A better way to measure competition
Buylines | Policies, strategies and trends to watch
- By Steve Charles
- Aug 21, 2008
Acquisition policy-makers all seem to agree that acquisition planning is the key activity required to make wise procurement decisions, yet the system doesn't measure this activity. Rather, it appears that the more thoroughly it is done - at least for the purchase of technology - the less likely the procurement will be categorized as competitive.
Let's suppose the program people at a customer agency did a thorough job of analyzing and pricing several different technologies and options over the course of 18 months. Various manufacturers had competed hard during this period to show that their technology was the best value. The planners determined what would work best and sent a purchase request with the acquisition package complete with a funding certification to the contracting office. The contracting office returned it a month later stating that an "other-than-full-and-open-competition" justification was needed because brand name items were requested. Writing the justification wasn't hard, but that action instantly classified the procurement as noncompetitive and, as it was larger than $550,000, required sign-off by the competition advocate, who had his own ideas of how the competitive analysis should have been performed.
Was there any point to the program staff's careful acquisition planning when it was summarily dismissed because the contracting office had arrived at a best value recommendation?
I thought of such a scenario when I saw the July 18 memo from the Office of Federal Procurement Policy to chief acquisition officers and senior procurement executives about the need to increase the number of competitive procurements. It seems the system has been stuck for years at the lackluster competition rate of 64 percent of the outlay, so the OFPP is calling for an interagency working group of chief acquisition officers to find ways to nudge the numbers skyward.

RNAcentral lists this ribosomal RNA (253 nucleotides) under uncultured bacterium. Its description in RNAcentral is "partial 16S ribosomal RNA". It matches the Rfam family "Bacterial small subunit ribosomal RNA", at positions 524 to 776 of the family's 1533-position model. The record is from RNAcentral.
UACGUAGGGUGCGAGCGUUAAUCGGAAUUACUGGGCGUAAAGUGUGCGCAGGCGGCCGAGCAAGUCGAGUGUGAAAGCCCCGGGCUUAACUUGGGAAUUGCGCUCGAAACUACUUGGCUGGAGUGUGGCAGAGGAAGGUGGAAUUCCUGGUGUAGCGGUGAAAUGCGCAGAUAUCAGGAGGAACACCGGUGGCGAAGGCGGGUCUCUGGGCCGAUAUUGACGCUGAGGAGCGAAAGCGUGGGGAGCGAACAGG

I suggest giving competition credit to those program managers who actually do acquisition planning. Stop penalizing them when they figure out a solution by requiring limited or sole-source justifications when their analysis clearly indicates the best path.
The example described involved using the GSA schedule contract ordering procedures, which require that orders for information technology items be preceded by an acquisition plan (Federal Acquisition Regulation Part 7) and a market survey (FAR Part 10) consistent with the agency's IT Strategic Plan (FAR Part 39). When these activities are performed, there is an abundance of meaningful competition during which each manufacturer seeks to prove that it offers the best value. During this sales process, it usually becomes quite apparent which product is best for a particular situation, and everyone knows it.
But then the purchase request goes to the contracting office, and another process begins that seems to ignore all the substantive analysis done beforehand. I'm not sure if this is because contracting officers don't receive proof of this analysis or if they don't understand what they are reading. Regardless, every day we have contracting officers construing the results of planning as sole-source requests, forever classifying the resultant orders as noncompetitive procurements. Industry tends to go along doing whatever it takes to get the order, including orchestrating three competing quotes for the same item even though three quotes for the same item is not considered competitive according to FAR 805-6(a)(2).
Here's an opportunity for the General Services Administration Multiple Award Schedule Advisory Panel to take a leadership role in conjunction with the new Chief Acquisition Officers Interagency Competition Working Group. Let's encourage contracting officers to trust acquisition plans that consider multiple brands as the basis for a best value determination so they can place orders for the technology that offers the best value consistent with FAR 805-1(c)(1). Multiple brands must be considered because checking three schedules for the same item is not competitive according to FAR 805-6(a)(2). The clause that must be deleted is FAR 8.405-6(2) requiring justification if an order references a particular brand. All orders have to be brand specific unless the order is for corn or soybeans.
Let's recognize that meaningful competition occurs long before an order is placed. All we need to do is measure competition where it really occurs, at the acquisition planning and market research stages, so our contracting officers can place orders accordingly. Everyone wins this way. If GSA was clear about this process across all its schedules, agencies would regain confidence in using schedules, better acquisition planning would occur, and we would move the competition average up 10 points.Steve Charles (email@example.com) is co-founder of the consulting firm immixGroup Inc.
Steve Charles is a co-founder of immixGroup, which helps technology companies do business with government. He is a frequent speaker and lecturer on technology and the federal procurement process. He can be reached at Steve_Charles@immixgroup.com or connect with him on LinkedIn at www.linkedin.com/in/stcharles.